In late 2018 a Chinese scientist name He Jiankui performed work that has gained him not only the criticism of his peers but also backlash from his home country’s government. He took the extraordinary step of performing genetic modification on human embryos with the intention of having them carried to term. A pair of newborns resulted from the work, marking the start of a potentially dangerous new era of genetic experimentation.

The decision to genetically modify the babies has been roundly decried by others in the genetics field, and a new paper published in Nature Medicine suggests that the modifications He made to the two children may ultimately doom them to early deaths.

The genetic modification carried out by He was intended to make the twin girls resistant to the AIDS virus. To accomplish this, He tweaked their CCR5 gene, but whether the risk was worth the presumed reward remains unclear.

The Nature study examined the overall mortality of some 400,000 individuals, and the researchers focused on people who were born with a CCR5 variation naturally. What the team discovered is that those with the CCR5 mutation actually had shorter overall life expectancy, and the scientists think they know why.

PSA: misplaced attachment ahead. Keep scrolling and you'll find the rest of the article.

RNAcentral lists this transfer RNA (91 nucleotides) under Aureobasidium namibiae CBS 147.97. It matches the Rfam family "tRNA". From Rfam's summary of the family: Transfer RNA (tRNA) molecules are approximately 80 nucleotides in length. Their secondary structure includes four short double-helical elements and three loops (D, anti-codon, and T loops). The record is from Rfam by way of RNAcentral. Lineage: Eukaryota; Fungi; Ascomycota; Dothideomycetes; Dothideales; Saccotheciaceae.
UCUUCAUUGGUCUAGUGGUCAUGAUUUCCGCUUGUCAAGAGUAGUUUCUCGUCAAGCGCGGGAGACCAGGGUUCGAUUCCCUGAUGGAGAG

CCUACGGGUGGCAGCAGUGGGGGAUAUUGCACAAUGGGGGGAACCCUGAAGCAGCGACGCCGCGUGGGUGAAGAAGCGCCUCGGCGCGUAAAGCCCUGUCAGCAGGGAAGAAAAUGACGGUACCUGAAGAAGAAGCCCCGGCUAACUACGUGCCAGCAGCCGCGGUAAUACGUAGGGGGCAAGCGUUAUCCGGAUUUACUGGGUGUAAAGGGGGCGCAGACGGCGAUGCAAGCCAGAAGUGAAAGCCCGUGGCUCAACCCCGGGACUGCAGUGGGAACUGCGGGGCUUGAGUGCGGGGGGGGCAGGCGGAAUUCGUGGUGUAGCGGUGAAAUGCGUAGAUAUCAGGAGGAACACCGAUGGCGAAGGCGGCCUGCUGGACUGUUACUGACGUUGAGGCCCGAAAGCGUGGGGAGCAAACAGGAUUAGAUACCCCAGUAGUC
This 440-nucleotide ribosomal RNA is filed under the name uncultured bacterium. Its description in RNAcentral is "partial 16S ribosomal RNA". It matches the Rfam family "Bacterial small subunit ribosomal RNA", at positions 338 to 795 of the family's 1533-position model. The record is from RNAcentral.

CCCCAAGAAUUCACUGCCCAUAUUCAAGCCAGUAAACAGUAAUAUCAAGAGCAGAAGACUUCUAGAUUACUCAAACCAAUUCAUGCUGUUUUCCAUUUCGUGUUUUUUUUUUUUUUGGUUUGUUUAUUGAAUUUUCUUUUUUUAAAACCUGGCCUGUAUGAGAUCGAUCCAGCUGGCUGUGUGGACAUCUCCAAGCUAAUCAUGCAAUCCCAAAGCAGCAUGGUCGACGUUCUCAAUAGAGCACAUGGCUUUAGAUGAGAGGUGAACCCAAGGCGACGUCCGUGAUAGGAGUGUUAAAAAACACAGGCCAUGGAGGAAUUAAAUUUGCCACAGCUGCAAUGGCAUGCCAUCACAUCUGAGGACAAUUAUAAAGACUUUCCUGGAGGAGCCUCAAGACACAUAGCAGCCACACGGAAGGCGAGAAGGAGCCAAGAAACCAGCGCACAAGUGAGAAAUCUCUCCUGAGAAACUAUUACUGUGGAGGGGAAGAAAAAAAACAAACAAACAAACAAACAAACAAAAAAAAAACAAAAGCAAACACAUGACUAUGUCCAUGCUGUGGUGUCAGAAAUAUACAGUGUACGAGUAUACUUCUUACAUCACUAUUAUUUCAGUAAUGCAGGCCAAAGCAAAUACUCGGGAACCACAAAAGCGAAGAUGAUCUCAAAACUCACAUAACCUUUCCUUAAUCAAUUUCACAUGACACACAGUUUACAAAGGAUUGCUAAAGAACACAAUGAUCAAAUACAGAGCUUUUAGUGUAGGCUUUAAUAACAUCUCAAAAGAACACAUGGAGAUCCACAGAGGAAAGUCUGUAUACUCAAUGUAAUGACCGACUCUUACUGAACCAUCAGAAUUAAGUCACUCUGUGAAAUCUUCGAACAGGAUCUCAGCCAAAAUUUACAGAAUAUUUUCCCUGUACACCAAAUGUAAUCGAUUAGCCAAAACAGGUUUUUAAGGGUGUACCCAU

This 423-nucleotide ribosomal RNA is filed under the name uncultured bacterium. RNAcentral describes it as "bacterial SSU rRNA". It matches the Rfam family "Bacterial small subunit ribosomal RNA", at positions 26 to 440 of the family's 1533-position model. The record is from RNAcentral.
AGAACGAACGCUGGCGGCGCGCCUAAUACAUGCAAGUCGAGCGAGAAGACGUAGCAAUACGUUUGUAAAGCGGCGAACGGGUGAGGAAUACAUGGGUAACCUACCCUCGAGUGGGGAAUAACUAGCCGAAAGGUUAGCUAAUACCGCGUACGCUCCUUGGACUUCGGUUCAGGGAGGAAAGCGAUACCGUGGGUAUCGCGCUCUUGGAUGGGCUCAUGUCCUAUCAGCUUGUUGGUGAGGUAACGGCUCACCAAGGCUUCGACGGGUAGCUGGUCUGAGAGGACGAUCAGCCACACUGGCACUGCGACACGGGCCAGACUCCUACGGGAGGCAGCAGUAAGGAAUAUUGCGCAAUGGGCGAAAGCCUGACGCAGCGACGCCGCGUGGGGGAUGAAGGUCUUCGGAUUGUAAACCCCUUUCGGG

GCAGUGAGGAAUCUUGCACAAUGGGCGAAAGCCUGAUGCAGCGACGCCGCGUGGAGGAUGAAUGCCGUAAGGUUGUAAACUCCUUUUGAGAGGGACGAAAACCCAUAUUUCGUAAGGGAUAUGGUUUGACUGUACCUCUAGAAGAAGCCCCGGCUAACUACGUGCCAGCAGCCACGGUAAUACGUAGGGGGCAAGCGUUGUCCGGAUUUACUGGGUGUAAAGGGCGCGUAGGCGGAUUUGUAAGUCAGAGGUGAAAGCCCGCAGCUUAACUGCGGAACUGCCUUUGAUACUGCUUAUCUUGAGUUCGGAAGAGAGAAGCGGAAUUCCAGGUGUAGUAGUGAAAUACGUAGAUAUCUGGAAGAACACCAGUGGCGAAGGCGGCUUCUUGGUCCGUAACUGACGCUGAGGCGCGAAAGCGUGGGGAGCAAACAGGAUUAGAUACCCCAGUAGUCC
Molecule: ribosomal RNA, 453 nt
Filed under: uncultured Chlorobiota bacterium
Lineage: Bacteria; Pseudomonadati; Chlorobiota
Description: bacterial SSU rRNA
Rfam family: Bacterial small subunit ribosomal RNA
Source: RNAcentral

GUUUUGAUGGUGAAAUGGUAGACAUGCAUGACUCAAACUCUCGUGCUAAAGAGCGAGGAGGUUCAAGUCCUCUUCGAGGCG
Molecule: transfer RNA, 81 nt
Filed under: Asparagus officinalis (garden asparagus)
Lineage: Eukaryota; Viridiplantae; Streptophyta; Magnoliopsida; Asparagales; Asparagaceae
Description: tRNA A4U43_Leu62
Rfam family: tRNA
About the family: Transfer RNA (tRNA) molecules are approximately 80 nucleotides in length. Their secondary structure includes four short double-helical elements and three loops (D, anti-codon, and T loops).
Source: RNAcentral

CCR5 is believed to play a role not only in a person’s susceptibility to the AIDS virus, but other illnesses as well including influenza. The researchers now believe that the overall increase in mortality is likely linked to a higher likelihood of dying from another illness such as the flu. Overall, the team found that those with the CCR5 mutation were over 20% more likely to die before the age of 76 than those without it.

“There are many reasons not to make CRISPR babies at this stage. And one of them is the fact that we can’t really predict the effect of the mutations that we induce,” Rasmus Nielsen, lead author of the study, told NPR in a statement.